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tionship to one's-self. My great-great-grandmother naturally I figured to myself as having a patriarchal beard. Could I think otherwise of one so deeply merged in grandmotherhood? But a portrait of her taken immediately after death represented her as an attractive young woman not quite twenty-three !

MORAL COSMETICS.-HORACE SMITH.

1. Ye who would save your features florid,

Lithe limbs, bright eyes, unwrinkled forehead,
From Age's devastation horrid,

Adopt this plan,-
'Twill make, in climate cold or torrid,

A hale old man :

2. Avoid, in youth, luxurious diet:

Restrain the passions' lawless riot;
Devoted to domestic quiet,

Be wisely gay;
So shall ye, spite of Age's fiat,

Resist decay.

3. Seek not, in Mammon's worship, pleasure;

But find your richest, dearest treasure,
In books, friends, music, polished leisure :

The mind, not sense,
Made the sole scale by which to measure

Your opulence.

4. This is the solace, this the science,

Life's purest, sweetest, best appliance,
That disappoints not man's reliance,

Whate'er his state ;
But challenges with calm defiance

Time, fortune, fate.

THE NEEDLE.-SAMUEL WOODWORTÉ.

1. The gay belles of fashion may boast of excelling

In waltz or cotillon, at whist or quadrille;
And seek admiration by vauntingly telling

Of drawing, and painting, and musical skill;
But give me the fair one, in country or city,

Whose home and its duties are dear to her heart,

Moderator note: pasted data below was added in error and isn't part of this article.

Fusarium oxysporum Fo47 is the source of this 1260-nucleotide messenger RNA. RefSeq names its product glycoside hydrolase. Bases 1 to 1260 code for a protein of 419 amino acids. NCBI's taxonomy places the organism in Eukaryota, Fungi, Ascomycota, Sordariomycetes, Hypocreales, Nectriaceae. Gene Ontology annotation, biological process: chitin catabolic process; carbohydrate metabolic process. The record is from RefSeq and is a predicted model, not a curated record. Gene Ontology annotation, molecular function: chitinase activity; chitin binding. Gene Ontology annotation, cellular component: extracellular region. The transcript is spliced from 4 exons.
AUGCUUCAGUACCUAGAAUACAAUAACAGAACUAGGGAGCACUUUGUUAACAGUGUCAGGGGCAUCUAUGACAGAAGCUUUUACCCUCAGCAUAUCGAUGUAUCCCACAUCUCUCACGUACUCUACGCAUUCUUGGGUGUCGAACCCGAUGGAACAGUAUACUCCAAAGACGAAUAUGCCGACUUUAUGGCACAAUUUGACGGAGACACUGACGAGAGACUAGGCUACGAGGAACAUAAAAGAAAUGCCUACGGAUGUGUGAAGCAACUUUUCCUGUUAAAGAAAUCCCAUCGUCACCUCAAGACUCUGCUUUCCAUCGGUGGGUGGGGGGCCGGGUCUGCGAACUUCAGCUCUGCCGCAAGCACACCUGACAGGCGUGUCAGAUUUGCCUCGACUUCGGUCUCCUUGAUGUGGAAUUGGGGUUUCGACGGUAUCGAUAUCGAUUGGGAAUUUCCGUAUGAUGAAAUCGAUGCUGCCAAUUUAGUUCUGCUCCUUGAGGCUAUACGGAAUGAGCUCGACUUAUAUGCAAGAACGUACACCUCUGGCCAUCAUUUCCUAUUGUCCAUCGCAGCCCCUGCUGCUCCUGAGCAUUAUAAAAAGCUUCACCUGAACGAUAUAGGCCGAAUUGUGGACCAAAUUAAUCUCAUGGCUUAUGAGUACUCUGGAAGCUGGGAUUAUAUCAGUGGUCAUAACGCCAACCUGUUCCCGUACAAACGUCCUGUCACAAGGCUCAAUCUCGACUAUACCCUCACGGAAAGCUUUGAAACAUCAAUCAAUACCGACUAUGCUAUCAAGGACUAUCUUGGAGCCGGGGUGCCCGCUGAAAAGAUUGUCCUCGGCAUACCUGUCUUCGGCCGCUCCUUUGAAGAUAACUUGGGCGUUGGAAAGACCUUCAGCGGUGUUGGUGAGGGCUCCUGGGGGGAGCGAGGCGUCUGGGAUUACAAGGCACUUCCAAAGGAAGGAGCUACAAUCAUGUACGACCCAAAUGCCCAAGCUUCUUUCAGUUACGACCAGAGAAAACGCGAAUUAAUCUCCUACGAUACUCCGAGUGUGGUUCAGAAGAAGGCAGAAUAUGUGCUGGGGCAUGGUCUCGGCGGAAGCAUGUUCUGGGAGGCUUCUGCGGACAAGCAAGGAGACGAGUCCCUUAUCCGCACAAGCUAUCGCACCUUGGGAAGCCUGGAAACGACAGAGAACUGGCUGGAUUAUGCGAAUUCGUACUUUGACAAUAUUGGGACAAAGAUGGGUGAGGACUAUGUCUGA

Who cheerfully warbles some rustical ditty,

While plying the needle with exquisite art :
The bright little needle—the swift-flying needle,

The needle directed by beauty and art.

2. If love have a potent, a magical token,

A talisman, ever resistless and true,
A charm that is never evaded or broken,

A witchery certain the heart to subdue,-
'Tis this,—and his armory never has furnished

So keen and unerring, or polished a dart; Let beauty direct it, so pointed and burnished,

And, oh! it is certain of touching the heart: The bright little needle—the swift-flying needle,

The needle directed by beauty and art.

3. Be wise, then, ye maidens, nor seek admiration

By dressing for conquest, and flirting with all ; You never, whate'er be your fortune or station, ,

Appear half so lovely at rout or at ball, As gayly convened at a work-covered table,

Each cheerfully active and playing her part,
Beguiling the task with a song or a fable,

And plying the needle with exquisite art:
The bright little needle--the swift-flying needle,

The needle directed by beauty and art.

FRANKLIN AND HIS CUSTOMER.

66

ONE fine morning when Franklin was busy preparing his newspaper for the press, a lounger stepped into the store, and spent an hour or more in looking over the books, &c., and finally taking one in his hand, asked the shop boy the price.

“One dollar,” was the answer.

“One dollar,” said the lounger; “ can't you take any less than that ?"

No, indeed; one dollar is the price." Another hour had nearly passed, when the lounger asked :" Is Mr. Franklin at home ?"

Yes, he is in the printing office.” “I want to see him," said the lounger.

The shop boy immediately informed Mr. Franklin that a gentleman was in the store waiting to see him. Franklin was soon behind the counter, when the lounger with book in hand addressed him thus :

“Mr. Franklin, what is the lowest you can take for this book ?"

6 One dollar and a quarter," was the ready answer.

“One dollar and a quarter! Why your young man asked only a dollar.”

“ True,” said Franklin, “and I could have better afforded to have taken a dollar then than to have been taken out of the office.